Loch Lomond wild camping consultation

Trust calls for education rather than legislation to deal with anti-social behaviour.

The Trust has joined other outdoor organisations in calling for the Loch Lomond and Trossachs National Park Authority to reconsider controversial plans to extend restrictions on wild camping through new bye laws.

In its submission to the ‘Your Park’ consultation – which closed last week – the Trust argued that the problem of litter, vandalism and other forms of anti-social behaviour should be tackled through education rather than legislation.

John Low, Policy Officer for the John Muir Trust said:  “Some of our John Muir Award participants have expressed dismay about the scale of the litter problem around Loch Lomond, so we recognise the real concerns of the Park Authority and agree that action is necessary.

“But the challenge is to find the best answer. We are concerned that restrictions on the few could impinge on the hard won ‘right to roam’ for the many.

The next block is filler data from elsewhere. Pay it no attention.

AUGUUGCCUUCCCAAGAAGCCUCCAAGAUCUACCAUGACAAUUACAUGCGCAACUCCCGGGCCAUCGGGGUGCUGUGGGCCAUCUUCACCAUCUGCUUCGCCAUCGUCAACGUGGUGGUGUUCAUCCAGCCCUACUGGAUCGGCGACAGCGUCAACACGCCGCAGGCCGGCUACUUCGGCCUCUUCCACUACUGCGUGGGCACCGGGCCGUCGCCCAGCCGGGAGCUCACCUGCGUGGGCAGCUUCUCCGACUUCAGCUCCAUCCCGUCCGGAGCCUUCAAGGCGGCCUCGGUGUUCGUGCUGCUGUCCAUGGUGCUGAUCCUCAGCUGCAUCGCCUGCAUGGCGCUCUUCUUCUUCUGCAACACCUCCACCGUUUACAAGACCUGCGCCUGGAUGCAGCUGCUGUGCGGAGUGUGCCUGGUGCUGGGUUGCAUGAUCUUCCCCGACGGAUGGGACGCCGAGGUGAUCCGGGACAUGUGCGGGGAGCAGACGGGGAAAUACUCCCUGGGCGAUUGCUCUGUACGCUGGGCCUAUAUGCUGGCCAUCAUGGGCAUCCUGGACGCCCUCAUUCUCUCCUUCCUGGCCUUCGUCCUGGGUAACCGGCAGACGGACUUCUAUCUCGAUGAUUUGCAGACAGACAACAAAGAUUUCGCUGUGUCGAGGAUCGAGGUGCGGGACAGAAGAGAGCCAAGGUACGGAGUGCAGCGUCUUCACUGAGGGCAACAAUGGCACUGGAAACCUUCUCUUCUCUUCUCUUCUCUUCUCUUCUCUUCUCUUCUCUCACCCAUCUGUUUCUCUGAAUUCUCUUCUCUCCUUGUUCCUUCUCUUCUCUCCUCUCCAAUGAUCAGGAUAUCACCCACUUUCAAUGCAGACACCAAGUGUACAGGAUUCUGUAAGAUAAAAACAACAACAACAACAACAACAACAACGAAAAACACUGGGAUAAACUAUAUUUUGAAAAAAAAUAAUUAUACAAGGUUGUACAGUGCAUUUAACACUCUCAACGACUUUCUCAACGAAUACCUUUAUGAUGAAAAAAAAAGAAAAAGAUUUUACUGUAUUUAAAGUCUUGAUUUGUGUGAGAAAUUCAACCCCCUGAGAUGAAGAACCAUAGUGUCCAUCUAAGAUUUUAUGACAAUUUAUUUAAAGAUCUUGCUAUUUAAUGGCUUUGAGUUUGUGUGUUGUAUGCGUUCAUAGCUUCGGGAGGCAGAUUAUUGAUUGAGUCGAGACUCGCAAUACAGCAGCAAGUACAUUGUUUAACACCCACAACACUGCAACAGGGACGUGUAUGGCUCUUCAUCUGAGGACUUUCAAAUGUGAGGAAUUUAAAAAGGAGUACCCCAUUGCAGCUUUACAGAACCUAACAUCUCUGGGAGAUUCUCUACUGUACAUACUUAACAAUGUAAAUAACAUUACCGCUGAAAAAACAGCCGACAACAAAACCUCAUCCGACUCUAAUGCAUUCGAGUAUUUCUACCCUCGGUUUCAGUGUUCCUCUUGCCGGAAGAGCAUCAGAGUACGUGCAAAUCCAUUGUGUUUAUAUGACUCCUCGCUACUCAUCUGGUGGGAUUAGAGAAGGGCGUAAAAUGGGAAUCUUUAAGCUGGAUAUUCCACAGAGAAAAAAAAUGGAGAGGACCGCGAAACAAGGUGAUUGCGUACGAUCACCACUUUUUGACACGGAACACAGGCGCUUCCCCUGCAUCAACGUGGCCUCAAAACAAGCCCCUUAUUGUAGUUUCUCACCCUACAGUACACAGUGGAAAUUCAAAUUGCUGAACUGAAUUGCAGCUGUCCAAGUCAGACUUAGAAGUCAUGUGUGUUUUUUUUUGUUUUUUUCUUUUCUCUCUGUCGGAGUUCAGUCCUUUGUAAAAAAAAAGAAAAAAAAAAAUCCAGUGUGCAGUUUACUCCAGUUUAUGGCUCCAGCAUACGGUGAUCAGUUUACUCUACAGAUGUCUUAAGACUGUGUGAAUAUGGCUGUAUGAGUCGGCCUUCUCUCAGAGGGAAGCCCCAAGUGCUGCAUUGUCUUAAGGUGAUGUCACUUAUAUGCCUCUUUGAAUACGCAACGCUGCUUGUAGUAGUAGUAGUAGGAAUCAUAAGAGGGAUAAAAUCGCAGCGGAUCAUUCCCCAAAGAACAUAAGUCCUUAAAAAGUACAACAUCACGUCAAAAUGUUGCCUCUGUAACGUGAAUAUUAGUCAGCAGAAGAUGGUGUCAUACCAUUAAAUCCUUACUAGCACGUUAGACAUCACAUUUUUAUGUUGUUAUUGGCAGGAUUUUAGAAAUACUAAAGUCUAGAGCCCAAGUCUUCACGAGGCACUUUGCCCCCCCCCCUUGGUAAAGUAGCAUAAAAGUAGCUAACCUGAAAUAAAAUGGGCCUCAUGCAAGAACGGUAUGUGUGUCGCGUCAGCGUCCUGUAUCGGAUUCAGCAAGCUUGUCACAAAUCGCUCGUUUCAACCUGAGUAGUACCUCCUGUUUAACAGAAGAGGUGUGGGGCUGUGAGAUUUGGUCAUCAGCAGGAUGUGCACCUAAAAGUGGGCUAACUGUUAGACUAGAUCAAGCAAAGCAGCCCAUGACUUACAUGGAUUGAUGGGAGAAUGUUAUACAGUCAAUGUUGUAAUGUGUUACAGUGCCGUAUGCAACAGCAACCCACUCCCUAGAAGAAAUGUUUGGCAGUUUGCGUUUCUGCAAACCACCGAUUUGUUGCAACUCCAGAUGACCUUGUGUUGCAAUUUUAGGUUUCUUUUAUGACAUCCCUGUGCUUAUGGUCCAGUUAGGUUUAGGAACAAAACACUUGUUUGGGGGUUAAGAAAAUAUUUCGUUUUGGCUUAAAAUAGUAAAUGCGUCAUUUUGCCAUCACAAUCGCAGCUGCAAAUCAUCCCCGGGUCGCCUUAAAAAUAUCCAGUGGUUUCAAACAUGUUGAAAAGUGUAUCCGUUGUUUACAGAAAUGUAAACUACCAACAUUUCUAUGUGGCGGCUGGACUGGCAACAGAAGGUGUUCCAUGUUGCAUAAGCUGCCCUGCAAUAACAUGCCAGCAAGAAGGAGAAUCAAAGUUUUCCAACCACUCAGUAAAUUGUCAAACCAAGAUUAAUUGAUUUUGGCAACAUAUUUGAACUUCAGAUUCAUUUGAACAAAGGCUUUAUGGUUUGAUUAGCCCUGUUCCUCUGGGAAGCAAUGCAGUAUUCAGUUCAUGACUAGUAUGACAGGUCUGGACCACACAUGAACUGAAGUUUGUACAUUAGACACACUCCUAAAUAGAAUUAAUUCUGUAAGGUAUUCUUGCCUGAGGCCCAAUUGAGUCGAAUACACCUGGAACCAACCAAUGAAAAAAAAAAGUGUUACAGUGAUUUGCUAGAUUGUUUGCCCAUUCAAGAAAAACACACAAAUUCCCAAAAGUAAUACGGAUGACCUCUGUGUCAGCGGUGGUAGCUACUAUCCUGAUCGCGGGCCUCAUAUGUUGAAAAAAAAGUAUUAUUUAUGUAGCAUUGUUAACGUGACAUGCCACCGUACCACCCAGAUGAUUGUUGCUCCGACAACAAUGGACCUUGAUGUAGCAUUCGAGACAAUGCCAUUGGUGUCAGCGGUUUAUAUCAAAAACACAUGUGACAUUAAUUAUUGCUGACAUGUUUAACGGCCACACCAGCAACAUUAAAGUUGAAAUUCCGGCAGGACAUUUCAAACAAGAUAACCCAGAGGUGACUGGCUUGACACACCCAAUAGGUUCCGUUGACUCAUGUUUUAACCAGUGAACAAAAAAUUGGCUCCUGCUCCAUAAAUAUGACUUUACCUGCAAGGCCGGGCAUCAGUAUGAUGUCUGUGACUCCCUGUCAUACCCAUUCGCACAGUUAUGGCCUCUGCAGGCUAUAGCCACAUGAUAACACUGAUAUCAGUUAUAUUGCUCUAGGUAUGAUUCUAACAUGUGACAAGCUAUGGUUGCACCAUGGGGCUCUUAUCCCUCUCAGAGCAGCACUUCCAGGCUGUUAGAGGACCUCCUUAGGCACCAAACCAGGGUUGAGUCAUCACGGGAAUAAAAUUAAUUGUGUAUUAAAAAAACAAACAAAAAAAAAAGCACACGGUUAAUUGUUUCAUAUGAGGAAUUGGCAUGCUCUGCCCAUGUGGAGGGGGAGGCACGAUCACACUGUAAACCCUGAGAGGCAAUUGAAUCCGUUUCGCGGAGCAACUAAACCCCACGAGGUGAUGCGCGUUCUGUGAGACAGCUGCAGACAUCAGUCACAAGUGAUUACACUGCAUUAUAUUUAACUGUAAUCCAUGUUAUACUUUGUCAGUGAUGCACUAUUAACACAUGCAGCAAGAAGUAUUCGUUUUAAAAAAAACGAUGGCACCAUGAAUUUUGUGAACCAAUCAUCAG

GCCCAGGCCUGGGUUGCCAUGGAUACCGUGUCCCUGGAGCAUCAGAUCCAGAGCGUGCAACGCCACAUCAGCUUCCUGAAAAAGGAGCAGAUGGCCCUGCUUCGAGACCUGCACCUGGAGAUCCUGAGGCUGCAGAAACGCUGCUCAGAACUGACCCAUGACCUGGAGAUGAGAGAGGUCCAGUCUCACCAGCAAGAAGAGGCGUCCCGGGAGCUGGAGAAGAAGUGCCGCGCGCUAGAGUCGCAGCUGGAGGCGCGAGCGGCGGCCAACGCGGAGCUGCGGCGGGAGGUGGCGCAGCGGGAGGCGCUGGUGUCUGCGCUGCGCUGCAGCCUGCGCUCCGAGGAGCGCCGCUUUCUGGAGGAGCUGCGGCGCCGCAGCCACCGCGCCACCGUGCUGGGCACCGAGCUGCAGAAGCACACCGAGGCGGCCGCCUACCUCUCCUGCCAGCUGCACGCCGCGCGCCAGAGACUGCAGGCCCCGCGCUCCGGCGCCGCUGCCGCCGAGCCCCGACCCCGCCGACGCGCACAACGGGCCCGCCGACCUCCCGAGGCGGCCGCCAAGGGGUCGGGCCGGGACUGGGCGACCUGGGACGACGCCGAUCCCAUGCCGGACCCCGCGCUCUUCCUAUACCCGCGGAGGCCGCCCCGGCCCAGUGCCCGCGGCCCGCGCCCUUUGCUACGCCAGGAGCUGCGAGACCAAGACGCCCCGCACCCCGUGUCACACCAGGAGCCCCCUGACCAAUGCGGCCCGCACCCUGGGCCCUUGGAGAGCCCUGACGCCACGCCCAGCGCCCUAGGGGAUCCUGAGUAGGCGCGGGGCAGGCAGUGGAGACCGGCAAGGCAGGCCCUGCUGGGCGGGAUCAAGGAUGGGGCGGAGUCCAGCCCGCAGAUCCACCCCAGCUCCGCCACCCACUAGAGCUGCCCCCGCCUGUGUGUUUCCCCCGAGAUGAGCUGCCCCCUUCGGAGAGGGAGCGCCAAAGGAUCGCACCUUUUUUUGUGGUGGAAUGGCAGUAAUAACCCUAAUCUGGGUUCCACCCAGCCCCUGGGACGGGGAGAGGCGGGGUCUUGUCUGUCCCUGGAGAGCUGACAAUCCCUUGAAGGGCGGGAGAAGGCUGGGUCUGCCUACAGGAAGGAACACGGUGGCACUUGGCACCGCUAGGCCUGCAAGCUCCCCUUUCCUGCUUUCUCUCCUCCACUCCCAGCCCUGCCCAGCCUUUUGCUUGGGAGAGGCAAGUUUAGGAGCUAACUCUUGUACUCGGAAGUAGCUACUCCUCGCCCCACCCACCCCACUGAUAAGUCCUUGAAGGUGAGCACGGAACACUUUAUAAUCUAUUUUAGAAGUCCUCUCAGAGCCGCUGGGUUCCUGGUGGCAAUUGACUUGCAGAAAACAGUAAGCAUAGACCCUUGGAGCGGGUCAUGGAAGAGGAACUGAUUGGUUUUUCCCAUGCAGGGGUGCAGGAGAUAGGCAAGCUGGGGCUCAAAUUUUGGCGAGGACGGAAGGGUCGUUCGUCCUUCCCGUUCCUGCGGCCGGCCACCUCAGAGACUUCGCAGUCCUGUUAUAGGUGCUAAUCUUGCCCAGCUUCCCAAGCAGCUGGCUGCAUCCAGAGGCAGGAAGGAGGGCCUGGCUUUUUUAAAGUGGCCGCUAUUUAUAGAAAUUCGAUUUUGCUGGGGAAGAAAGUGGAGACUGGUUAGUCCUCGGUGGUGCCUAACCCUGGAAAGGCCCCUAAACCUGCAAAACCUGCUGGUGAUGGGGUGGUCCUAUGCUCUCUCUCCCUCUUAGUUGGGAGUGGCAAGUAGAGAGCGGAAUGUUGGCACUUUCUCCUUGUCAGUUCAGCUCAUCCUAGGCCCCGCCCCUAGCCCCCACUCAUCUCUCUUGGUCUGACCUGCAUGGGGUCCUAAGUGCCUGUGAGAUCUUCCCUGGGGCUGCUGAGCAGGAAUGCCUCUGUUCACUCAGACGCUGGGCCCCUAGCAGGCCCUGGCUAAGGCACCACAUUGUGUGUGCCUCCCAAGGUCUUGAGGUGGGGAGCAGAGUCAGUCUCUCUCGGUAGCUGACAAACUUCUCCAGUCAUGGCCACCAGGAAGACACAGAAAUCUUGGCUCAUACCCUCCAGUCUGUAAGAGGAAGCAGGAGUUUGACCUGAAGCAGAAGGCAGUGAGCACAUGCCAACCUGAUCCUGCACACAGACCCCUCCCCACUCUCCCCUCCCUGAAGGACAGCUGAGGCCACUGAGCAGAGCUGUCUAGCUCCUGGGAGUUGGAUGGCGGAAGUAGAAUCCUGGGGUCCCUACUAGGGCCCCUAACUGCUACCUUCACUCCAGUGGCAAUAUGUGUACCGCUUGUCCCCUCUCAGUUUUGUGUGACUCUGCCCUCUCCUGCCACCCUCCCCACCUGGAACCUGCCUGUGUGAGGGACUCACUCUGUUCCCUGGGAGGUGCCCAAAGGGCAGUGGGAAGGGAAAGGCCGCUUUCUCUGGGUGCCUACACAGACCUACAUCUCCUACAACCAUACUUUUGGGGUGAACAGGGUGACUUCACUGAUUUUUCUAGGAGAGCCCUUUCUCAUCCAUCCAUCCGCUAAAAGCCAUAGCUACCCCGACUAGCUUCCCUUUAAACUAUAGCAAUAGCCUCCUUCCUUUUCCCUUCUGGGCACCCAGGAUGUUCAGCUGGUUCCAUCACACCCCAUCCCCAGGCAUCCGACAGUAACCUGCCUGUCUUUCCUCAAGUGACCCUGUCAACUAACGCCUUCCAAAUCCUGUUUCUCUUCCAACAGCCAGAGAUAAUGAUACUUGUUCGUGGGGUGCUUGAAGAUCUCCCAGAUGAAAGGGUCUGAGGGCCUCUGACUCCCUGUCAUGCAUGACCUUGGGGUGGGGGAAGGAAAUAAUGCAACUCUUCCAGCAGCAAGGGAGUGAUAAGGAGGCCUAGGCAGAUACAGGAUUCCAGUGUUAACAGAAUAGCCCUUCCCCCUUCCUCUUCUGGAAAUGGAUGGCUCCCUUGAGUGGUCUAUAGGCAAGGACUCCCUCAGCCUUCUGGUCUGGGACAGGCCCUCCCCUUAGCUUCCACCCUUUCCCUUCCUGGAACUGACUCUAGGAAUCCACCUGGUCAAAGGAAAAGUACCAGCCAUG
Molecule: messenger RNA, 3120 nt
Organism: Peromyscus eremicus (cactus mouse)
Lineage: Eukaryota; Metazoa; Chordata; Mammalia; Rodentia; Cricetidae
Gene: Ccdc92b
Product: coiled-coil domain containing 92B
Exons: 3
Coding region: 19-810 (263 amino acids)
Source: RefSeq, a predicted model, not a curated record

“We also feel that banning wild camping within the park could simply shift the problem of anti-social behaviour elsewhere, instead of bringing about a fundamental change in attitude.

“We believe the most effective way to improve people’s behaviour is not through legislation and regulation, but through support, engagement and education.”

Since 2013, the Loch Lomond and Trossachs National Park Authority has, in partnership with the Trust, helped deliver 1,200 John Muir Awards inside the park and in neighbouring communities.

“We highly value our relationship with the National Park,” said John Low. “Since the opening of the park and now more so with our partnership, we have worked effectively together to encourage people from across the west of Scotland to appreciate nature and wild places.”

“We believe this type of approach will ultimately provide a more enduring solution to the problem of anti-social behaviour than new bye-laws.”

The Trust has also suggested that if the National Park does decide to introduce new bye-laws, then there should be further consultation on the wording and timeframes of the legislation.